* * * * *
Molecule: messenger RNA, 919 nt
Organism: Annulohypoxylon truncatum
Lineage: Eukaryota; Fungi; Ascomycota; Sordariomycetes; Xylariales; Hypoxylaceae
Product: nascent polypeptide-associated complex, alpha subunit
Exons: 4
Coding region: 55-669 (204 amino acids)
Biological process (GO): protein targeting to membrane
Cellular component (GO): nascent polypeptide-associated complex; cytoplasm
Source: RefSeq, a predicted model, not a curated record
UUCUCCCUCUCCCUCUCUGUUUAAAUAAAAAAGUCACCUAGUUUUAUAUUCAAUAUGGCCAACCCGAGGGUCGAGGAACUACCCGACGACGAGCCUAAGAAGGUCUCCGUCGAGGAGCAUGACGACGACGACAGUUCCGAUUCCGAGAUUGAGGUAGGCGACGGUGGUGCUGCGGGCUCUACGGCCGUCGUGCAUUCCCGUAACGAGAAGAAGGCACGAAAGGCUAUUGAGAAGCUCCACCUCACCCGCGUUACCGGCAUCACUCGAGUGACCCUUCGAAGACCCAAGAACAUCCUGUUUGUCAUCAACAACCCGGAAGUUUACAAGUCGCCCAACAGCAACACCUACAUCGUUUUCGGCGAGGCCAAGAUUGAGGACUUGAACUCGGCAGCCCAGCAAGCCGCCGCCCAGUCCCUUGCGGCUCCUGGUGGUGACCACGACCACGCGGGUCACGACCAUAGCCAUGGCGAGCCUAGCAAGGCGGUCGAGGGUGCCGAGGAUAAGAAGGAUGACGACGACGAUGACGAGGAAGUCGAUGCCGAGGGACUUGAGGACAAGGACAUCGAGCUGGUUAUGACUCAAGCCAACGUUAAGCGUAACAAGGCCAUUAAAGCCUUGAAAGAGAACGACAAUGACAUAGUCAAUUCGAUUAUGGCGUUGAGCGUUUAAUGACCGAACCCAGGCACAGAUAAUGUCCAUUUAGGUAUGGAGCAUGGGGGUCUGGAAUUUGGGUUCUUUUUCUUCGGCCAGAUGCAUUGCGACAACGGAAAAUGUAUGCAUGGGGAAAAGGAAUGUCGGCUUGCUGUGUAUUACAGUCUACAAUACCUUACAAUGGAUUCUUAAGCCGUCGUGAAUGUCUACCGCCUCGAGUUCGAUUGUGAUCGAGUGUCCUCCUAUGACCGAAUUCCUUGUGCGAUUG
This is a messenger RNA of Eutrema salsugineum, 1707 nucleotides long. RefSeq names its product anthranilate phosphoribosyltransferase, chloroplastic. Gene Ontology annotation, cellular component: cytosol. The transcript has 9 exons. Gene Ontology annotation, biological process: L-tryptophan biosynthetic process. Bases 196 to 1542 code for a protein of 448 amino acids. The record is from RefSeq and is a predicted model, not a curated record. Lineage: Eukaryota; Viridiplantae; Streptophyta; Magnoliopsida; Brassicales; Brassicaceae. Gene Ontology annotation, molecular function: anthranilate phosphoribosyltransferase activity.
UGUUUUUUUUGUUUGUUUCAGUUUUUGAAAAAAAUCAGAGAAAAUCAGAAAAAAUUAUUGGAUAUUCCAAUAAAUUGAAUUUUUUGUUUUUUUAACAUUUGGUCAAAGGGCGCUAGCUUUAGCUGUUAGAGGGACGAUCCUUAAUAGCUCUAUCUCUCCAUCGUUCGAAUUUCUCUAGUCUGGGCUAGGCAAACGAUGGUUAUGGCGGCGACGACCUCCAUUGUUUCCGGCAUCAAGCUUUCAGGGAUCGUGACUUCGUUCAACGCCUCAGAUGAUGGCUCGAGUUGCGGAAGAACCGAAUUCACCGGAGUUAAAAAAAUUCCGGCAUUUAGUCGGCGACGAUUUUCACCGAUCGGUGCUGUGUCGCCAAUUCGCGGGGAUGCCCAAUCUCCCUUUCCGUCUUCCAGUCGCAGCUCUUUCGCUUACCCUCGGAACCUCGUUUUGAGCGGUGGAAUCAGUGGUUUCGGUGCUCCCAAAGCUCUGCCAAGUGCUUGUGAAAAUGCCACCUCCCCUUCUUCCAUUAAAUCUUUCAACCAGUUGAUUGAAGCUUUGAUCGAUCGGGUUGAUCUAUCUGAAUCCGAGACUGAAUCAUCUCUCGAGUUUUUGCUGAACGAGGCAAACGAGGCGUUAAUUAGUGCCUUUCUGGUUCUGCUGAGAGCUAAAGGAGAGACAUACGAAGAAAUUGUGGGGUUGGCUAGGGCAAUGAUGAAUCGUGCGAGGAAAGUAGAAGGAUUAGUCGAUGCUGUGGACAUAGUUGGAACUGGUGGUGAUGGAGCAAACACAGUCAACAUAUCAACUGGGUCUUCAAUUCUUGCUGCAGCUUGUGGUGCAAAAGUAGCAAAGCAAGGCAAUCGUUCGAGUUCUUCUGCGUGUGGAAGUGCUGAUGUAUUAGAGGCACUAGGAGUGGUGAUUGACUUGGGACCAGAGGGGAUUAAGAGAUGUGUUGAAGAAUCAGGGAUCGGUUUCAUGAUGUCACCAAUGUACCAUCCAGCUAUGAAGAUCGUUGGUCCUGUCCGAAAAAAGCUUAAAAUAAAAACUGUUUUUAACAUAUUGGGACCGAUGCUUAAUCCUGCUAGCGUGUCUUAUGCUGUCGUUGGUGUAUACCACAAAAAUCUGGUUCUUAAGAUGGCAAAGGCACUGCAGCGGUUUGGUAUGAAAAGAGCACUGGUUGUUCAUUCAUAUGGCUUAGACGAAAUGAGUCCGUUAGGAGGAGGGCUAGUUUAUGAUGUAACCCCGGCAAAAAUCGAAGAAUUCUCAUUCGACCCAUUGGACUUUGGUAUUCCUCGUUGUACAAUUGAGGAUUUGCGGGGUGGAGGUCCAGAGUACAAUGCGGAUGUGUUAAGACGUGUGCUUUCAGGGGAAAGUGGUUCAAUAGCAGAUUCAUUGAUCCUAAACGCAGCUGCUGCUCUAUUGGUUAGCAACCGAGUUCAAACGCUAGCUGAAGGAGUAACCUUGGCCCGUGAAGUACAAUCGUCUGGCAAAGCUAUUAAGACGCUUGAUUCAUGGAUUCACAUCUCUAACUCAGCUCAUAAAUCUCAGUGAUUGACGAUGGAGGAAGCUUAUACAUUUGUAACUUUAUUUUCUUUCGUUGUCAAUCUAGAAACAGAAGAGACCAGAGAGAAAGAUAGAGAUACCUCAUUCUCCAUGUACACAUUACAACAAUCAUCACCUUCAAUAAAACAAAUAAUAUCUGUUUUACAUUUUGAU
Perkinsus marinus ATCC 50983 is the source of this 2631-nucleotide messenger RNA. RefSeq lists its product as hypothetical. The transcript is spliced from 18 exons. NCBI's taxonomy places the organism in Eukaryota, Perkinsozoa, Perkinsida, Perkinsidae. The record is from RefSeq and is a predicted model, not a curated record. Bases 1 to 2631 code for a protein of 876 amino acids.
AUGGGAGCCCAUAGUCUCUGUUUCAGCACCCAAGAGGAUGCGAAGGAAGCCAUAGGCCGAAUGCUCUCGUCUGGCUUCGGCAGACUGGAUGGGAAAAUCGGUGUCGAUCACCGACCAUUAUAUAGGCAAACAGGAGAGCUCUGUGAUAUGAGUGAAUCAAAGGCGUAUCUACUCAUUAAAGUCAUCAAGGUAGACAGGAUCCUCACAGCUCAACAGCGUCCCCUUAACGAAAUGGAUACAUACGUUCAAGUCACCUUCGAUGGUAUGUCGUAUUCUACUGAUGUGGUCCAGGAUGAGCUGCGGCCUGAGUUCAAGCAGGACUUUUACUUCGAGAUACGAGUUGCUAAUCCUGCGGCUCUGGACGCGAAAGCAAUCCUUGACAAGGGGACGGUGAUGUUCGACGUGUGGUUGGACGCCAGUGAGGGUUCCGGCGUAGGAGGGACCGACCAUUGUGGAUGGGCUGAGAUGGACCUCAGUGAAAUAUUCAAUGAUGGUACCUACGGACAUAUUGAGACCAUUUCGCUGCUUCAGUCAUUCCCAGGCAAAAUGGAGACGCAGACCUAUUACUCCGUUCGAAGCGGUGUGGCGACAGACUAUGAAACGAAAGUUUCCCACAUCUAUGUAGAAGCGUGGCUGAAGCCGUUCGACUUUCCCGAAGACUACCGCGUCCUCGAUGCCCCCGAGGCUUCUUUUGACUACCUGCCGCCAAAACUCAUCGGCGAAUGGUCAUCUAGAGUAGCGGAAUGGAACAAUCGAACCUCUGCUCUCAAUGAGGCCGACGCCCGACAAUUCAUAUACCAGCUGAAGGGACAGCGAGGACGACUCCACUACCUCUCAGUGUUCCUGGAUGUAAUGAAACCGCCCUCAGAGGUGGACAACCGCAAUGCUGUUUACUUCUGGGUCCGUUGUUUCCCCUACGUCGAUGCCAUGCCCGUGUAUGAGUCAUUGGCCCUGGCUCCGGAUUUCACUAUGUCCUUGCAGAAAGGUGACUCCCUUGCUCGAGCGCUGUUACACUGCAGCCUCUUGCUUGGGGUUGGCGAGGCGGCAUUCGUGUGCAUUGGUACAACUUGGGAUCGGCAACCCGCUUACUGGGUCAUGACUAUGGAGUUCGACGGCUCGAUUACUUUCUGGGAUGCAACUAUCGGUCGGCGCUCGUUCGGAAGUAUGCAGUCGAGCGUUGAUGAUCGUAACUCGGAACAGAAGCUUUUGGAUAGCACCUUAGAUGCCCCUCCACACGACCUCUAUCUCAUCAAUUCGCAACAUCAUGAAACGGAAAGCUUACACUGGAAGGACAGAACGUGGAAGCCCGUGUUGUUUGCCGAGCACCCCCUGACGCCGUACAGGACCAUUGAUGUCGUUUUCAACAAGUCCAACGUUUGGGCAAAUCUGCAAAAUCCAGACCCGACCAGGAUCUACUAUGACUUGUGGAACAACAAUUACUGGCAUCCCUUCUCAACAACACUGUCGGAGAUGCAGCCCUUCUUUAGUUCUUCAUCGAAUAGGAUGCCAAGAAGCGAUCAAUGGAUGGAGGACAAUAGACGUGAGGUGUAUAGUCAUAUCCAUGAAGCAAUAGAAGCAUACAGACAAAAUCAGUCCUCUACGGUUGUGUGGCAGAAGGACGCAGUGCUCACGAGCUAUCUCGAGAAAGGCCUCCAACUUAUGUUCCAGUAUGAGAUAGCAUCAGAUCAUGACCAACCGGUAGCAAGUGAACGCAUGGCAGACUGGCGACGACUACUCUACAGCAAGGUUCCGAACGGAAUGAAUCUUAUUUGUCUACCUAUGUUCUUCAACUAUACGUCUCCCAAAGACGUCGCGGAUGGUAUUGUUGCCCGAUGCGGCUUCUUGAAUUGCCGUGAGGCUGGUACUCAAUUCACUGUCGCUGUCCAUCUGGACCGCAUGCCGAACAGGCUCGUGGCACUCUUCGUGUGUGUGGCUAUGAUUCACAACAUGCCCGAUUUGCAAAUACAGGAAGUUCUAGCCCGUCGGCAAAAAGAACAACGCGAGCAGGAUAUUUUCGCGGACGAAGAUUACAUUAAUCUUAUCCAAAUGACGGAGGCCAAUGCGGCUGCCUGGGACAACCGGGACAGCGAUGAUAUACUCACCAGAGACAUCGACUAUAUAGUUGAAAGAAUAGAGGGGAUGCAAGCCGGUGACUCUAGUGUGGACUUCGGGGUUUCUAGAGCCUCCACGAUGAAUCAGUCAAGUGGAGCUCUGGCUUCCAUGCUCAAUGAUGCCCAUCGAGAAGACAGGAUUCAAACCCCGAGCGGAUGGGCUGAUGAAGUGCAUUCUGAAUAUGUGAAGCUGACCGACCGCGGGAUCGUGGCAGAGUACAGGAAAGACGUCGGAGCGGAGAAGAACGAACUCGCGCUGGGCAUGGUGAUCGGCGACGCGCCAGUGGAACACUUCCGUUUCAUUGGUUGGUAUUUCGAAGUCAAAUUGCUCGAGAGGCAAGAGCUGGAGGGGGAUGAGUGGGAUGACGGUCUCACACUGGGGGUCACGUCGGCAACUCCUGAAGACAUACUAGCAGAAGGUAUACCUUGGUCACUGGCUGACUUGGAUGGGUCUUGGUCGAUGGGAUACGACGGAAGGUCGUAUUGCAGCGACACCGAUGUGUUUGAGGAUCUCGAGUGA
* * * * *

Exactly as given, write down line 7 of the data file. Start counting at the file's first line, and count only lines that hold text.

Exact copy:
Biological process (GO): protein targeting to membrane